Typically a PACS network consists of a central server that stores a database containing the images connected to one or more clients via a LAN or a WAN which provide or utilize the images. Web-based PACS is becoming more and more common: these systems utilize the Internet as their means of communication, usually via VPN (Virtual Private Network) or SSL (Secure Sockets Layer). The software (thin or smart client) is loaded via ActiveX, Java, or .NET Framework. Definitions vary, but most claim that for a system to be truly web based, each individual image should have its own URL. Client workstations can use local peripherals for scanning image films into the system, printing image films from the system and interactive display of digital images. PACS workstations offer means of manipulating the images (crop, rotate, zoom, brightness, contrast and others).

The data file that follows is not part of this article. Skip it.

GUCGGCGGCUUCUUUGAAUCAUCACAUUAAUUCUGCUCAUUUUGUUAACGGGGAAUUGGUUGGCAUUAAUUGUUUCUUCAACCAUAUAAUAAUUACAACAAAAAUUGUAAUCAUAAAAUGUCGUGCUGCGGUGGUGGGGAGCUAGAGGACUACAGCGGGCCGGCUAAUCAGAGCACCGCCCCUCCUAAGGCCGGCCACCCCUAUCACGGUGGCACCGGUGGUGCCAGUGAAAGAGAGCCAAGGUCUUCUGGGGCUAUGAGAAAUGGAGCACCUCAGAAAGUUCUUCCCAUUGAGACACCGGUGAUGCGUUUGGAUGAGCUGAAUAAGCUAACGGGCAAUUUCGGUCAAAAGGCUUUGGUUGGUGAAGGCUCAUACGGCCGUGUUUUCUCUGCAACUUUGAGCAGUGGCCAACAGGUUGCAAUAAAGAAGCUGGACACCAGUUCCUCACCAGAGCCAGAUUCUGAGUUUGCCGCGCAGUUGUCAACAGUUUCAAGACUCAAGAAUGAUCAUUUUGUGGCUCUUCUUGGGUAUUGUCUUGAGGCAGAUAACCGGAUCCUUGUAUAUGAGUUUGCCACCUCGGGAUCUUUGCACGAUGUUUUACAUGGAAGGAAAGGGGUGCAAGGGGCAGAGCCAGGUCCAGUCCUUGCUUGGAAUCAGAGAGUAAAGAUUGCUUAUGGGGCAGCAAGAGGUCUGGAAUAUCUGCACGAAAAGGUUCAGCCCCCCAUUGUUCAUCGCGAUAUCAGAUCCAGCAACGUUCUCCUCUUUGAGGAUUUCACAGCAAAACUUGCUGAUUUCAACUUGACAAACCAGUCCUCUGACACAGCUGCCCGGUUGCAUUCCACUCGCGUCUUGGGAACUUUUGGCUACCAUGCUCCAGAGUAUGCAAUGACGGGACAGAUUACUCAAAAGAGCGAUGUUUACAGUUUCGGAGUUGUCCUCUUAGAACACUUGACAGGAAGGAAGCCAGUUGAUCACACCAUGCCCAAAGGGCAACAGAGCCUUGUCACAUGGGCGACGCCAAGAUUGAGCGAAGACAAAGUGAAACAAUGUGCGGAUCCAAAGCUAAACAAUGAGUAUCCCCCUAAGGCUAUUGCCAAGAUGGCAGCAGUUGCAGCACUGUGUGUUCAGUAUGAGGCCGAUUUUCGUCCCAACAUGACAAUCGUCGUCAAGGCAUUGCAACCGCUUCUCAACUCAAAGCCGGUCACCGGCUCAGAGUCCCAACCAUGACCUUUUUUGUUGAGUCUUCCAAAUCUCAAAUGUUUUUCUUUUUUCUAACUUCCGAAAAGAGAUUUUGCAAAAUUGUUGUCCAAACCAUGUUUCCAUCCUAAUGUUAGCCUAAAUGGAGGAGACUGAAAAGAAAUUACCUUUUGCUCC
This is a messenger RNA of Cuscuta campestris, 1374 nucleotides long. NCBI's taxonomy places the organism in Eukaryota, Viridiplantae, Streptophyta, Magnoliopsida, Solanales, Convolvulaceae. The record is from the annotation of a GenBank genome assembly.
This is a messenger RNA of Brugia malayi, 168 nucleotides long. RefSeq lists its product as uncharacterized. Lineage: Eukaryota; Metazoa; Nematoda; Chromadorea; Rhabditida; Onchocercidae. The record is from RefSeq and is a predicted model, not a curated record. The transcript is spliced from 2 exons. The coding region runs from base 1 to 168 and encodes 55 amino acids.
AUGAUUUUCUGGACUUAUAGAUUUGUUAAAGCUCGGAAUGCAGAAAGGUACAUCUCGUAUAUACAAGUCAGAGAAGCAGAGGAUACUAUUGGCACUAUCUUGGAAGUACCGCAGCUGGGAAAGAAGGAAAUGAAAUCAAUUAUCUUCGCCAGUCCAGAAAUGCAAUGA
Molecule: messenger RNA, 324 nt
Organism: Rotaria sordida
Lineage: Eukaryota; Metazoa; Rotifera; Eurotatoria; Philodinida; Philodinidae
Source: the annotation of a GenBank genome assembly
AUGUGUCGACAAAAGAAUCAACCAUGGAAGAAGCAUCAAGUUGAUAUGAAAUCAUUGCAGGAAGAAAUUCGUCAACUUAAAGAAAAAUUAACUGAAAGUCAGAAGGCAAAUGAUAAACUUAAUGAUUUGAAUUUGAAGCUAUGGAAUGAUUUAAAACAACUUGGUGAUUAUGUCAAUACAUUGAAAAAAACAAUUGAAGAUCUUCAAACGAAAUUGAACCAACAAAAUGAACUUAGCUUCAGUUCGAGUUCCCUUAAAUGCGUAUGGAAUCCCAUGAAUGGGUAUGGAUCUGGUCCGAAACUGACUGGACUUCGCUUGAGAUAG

Modern radiology equipment, modalities, feed patient images directly to the PACS in digital form. For backwards compatibility, most hospital imaging departments and radiology practices employ a film digitizer.


A full PACS system should provide a single point of access for images and their associated data (i.e. it should support multiple modalities). It should also interface with existing hospital information systems: Hospital information system (HIS) and Radiology Information System (RIS).

Interfacing between multiple systems provides a more consistent and more reliable dataset:

  • Less risk of entering an incorrect patient ID for a study – modalities that support DICOM worklists can retrieve identifying patient information (patient name, patient number, accession number) for upcoming cases and present that to the technologist, preventing data entry errors during acquisition. Once the acquisition is complete, the PACS can compare the embedded image data with a list of scheduled studies from RIS, and can flag a warning if the image data does not match a scheduled study.